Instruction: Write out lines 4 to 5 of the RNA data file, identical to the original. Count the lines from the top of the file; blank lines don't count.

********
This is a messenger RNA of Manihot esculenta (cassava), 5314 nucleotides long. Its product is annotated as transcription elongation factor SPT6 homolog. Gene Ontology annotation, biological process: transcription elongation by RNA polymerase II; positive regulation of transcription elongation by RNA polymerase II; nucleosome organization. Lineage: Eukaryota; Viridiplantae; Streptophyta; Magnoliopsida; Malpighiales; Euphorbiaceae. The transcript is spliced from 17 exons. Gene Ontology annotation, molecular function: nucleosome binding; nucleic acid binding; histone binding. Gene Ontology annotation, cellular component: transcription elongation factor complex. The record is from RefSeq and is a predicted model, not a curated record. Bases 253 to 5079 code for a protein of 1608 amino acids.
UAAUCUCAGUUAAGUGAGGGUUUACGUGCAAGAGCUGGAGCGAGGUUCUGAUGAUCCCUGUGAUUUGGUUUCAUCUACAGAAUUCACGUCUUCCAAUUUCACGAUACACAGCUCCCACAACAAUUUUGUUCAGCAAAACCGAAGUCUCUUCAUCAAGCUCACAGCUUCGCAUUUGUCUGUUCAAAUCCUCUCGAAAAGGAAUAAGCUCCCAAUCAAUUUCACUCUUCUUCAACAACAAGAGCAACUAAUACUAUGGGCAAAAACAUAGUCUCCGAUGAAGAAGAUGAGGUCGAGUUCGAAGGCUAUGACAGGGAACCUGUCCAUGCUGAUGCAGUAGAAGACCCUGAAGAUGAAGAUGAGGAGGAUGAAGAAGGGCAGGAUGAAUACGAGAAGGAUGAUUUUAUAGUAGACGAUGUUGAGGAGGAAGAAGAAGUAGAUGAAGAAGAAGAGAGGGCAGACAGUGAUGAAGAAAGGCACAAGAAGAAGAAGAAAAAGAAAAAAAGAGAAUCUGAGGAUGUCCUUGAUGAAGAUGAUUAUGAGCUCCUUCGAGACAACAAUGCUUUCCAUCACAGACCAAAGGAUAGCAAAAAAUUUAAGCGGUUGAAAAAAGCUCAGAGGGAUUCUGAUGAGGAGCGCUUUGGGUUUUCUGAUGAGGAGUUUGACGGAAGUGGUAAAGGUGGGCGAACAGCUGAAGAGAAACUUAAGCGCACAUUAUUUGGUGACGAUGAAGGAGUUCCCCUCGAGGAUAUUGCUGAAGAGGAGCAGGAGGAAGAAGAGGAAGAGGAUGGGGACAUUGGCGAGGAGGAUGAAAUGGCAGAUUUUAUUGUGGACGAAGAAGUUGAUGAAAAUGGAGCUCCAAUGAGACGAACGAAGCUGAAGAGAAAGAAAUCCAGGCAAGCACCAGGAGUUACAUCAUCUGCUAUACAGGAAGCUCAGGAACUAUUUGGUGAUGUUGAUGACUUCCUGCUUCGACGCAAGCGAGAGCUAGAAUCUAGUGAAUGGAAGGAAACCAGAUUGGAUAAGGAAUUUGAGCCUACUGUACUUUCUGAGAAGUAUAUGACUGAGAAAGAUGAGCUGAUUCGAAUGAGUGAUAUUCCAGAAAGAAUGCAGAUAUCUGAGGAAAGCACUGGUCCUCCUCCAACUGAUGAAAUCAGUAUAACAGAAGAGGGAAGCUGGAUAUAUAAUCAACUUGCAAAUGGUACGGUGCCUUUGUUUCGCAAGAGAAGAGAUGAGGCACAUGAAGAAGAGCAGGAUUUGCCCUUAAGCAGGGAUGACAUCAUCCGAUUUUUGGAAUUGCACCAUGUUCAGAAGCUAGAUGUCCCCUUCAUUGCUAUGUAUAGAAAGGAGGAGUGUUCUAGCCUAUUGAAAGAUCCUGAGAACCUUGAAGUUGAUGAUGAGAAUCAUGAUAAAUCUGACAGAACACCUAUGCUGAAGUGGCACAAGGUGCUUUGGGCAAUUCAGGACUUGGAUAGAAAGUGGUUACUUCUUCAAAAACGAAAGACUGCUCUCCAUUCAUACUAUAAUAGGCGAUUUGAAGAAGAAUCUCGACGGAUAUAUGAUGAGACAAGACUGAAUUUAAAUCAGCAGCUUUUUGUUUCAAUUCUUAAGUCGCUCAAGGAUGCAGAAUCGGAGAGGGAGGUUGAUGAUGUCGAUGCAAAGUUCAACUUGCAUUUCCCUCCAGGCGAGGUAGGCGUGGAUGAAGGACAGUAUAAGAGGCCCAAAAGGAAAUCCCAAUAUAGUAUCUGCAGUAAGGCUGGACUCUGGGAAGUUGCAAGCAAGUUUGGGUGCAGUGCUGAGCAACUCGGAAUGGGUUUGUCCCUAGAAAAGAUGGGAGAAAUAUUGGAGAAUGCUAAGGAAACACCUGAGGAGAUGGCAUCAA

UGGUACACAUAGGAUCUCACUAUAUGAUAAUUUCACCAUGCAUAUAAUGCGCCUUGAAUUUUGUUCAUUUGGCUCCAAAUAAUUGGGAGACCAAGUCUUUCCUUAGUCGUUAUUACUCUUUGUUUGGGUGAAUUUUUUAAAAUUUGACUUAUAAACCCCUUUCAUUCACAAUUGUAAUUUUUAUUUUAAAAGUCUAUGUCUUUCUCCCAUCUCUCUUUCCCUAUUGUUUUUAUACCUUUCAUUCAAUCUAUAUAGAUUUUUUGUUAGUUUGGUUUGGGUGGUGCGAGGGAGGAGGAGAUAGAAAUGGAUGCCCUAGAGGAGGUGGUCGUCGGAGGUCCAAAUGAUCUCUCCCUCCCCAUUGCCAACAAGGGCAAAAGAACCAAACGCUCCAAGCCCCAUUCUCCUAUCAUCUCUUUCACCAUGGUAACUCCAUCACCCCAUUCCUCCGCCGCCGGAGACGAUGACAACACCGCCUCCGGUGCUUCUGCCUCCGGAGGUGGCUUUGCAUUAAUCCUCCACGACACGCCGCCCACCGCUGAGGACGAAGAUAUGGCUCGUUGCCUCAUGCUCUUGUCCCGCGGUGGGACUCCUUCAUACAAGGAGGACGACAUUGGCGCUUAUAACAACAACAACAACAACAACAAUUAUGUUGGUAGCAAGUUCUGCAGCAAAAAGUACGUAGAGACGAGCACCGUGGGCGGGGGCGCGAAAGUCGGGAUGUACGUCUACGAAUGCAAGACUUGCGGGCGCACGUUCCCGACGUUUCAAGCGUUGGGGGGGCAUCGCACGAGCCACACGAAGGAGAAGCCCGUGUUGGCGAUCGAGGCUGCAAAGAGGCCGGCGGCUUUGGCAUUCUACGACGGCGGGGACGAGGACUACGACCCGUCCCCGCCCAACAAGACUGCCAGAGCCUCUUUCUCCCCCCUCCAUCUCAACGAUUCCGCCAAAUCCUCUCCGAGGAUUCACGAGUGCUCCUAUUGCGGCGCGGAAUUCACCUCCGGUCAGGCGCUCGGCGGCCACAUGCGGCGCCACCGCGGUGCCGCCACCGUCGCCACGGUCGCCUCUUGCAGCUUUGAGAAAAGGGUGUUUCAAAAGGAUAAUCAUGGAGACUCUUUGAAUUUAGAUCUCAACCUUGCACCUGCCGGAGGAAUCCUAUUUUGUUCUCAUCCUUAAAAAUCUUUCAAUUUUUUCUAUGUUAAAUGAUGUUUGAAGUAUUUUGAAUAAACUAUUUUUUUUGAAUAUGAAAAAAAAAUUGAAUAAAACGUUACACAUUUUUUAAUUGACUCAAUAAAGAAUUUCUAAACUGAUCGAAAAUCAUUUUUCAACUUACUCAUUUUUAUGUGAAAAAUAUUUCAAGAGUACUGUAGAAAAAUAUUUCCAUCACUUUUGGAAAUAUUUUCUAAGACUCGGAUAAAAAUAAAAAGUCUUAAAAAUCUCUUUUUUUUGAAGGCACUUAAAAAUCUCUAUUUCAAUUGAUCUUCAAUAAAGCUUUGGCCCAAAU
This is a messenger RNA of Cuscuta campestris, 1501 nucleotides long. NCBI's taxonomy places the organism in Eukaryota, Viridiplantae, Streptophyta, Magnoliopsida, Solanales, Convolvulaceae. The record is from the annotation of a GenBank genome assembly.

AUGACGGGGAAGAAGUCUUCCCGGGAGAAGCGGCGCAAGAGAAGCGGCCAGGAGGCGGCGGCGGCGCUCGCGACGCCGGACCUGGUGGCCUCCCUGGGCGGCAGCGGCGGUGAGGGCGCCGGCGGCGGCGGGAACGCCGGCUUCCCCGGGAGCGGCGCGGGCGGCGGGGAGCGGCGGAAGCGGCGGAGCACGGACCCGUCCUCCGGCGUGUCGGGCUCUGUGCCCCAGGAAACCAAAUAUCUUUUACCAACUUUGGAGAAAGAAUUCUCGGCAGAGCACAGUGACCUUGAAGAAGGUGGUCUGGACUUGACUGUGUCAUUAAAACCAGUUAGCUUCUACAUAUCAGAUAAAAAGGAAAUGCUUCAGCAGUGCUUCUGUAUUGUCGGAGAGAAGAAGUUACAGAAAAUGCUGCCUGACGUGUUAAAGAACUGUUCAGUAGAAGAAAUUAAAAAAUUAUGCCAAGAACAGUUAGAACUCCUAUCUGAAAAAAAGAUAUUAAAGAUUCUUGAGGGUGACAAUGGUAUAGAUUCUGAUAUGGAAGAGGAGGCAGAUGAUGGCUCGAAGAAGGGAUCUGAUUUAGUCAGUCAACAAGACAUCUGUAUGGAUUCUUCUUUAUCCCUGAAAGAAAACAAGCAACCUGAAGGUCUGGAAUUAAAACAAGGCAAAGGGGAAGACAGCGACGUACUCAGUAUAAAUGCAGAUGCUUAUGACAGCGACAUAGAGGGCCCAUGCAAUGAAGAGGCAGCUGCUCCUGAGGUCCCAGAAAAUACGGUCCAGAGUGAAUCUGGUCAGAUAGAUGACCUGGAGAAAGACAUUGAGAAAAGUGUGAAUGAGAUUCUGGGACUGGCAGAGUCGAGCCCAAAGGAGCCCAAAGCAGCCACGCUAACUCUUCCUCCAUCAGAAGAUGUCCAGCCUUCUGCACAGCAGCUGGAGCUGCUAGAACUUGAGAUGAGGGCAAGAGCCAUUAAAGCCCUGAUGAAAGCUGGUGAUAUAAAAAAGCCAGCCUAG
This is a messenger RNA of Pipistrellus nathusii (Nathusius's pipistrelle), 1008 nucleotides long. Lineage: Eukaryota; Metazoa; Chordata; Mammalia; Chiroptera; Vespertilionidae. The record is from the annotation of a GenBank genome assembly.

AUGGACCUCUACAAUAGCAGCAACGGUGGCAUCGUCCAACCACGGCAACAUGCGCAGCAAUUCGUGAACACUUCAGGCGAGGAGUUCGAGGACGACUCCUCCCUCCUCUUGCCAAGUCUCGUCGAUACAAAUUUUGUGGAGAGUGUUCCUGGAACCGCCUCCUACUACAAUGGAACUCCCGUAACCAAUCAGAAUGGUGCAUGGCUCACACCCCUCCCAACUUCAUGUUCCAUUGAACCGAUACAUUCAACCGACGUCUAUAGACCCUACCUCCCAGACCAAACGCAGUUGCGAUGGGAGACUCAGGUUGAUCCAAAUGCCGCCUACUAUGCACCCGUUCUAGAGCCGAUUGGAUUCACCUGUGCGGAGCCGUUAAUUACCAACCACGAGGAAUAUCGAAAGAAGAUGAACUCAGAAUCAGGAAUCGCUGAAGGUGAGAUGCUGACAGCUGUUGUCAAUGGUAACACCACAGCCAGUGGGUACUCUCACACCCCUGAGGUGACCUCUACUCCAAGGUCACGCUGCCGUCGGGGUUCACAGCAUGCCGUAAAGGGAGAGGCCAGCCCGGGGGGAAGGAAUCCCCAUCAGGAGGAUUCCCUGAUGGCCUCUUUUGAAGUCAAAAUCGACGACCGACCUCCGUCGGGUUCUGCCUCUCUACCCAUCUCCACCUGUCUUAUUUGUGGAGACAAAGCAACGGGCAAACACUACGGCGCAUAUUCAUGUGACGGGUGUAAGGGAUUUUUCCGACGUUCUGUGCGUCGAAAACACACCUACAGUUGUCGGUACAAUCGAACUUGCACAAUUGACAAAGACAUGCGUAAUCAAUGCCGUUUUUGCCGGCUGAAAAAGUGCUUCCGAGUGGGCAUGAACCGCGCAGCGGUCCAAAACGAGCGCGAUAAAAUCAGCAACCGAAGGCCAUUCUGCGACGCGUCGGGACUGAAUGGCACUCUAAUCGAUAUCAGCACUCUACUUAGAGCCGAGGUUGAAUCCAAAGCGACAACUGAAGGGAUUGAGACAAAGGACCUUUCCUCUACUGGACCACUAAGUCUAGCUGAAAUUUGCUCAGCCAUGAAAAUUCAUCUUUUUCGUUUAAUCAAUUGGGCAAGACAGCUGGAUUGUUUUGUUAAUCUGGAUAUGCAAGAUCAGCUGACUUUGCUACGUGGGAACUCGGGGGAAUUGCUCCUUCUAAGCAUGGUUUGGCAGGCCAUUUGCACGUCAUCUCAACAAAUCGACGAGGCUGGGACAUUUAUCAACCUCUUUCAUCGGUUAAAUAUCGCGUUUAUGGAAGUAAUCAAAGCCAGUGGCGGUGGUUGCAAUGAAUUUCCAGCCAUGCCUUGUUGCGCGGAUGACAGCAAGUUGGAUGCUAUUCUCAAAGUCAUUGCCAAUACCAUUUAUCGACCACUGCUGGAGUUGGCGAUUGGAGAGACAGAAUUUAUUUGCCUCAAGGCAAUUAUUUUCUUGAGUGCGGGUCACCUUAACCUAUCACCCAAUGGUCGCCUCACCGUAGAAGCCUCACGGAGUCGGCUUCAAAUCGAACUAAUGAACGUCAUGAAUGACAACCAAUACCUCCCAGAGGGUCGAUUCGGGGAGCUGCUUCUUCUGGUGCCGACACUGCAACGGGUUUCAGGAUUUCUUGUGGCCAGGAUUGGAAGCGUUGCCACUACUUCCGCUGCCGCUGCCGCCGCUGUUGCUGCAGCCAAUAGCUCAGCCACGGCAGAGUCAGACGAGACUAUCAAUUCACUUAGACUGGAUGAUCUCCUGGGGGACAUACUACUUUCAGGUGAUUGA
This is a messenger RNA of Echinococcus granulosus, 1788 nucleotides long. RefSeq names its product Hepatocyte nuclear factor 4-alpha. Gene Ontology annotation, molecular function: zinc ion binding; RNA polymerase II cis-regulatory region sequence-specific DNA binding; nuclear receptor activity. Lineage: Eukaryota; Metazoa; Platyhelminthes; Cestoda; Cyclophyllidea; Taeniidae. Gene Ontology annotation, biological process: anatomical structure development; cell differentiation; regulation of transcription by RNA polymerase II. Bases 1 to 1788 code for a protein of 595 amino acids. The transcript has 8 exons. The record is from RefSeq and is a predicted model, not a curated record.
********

This is a messenger RNA of Cuscuta campestris, 1501 nucleotides long. NCBI's taxonomy places the organism in Eukaryota, Viridiplantae, Streptophyta, Magnoliopsida, Solanales, Convolvulaceae. The record is from the annotation of a GenBank genome assembly.

AUGACGGGGAAGAAGUCUUCCCGGGAGAAGCGGCGCAAGAGAAGCGGCCAGGAGGCGGCGGCGGCGCUCGCGACGCCGGACCUGGUGGCCUCCCUGGGCGGCAGCGGCGGUGAGGGCGCCGGCGGCGGCGGGAACGCCGGCUUCCCCGGGAGCGGCGCGGGCGGCGGGGAGCGGCGGAAGCGGCGGAGCACGGACCCGUCCUCCGGCGUGUCGGGCUCUGUGCCCCAGGAAACCAAAUAUCUUUUACCAACUUUGGAGAAAGAAUUCUCGGCAGAGCACAGUGACCUUGAAGAAGGUGGUCUGGACUUGACUGUGUCAUUAAAACCAGUUAGCUUCUACAUAUCAGAUAAAAAGGAAAUGCUUCAGCAGUGCUUCUGUAUUGUCGGAGAGAAGAAGUUACAGAAAAUGCUGCCUGACGUGUUAAAGAACUGUUCAGUAGAAGAAAUUAAAAAAUUAUGCCAAGAACAGUUAGAACUCCUAUCUGAAAAAAAGAUAUUAAAGAUUCUUGAGGGUGACAAUGGUAUAGAUUCUGAUAUGGAAGAGGAGGCAGAUGAUGGCUCGAAGAAGGGAUCUGAUUUAGUCAGUCAACAAGACAUCUGUAUGGAUUCUUCUUUAUCCCUGAAAGAAAACAAGCAACCUGAAGGUCUGGAAUUAAAACAAGGCAAAGGGGAAGACAGCGACGUACUCAGUAUAAAUGCAGAUGCUUAUGACAGCGACAUAGAGGGCCCAUGCAAUGAAGAGGCAGCUGCUCCUGAGGUCCCAGAAAAUACGGUCCAGAGUGAAUCUGGUCAGAUAGAUGACCUGGAGAAAGACAUUGAGAAAAGUGUGAAUGAGAUUCUGGGACUGGCAGAGUCGAGCCCAAAGGAGCCCAAAGCAGCCACGCUAACUCUUCCUCCAUCAGAAGAUGUCCAGCCUUCUGCACAGCAGCUGGAGCUGCUAGAACUUGAGAUGAGGGCAAGAGCCAUUAAAGCCCUGAUGAAAGCUGGUGAUAUAAAAAAGCCAGCCUAG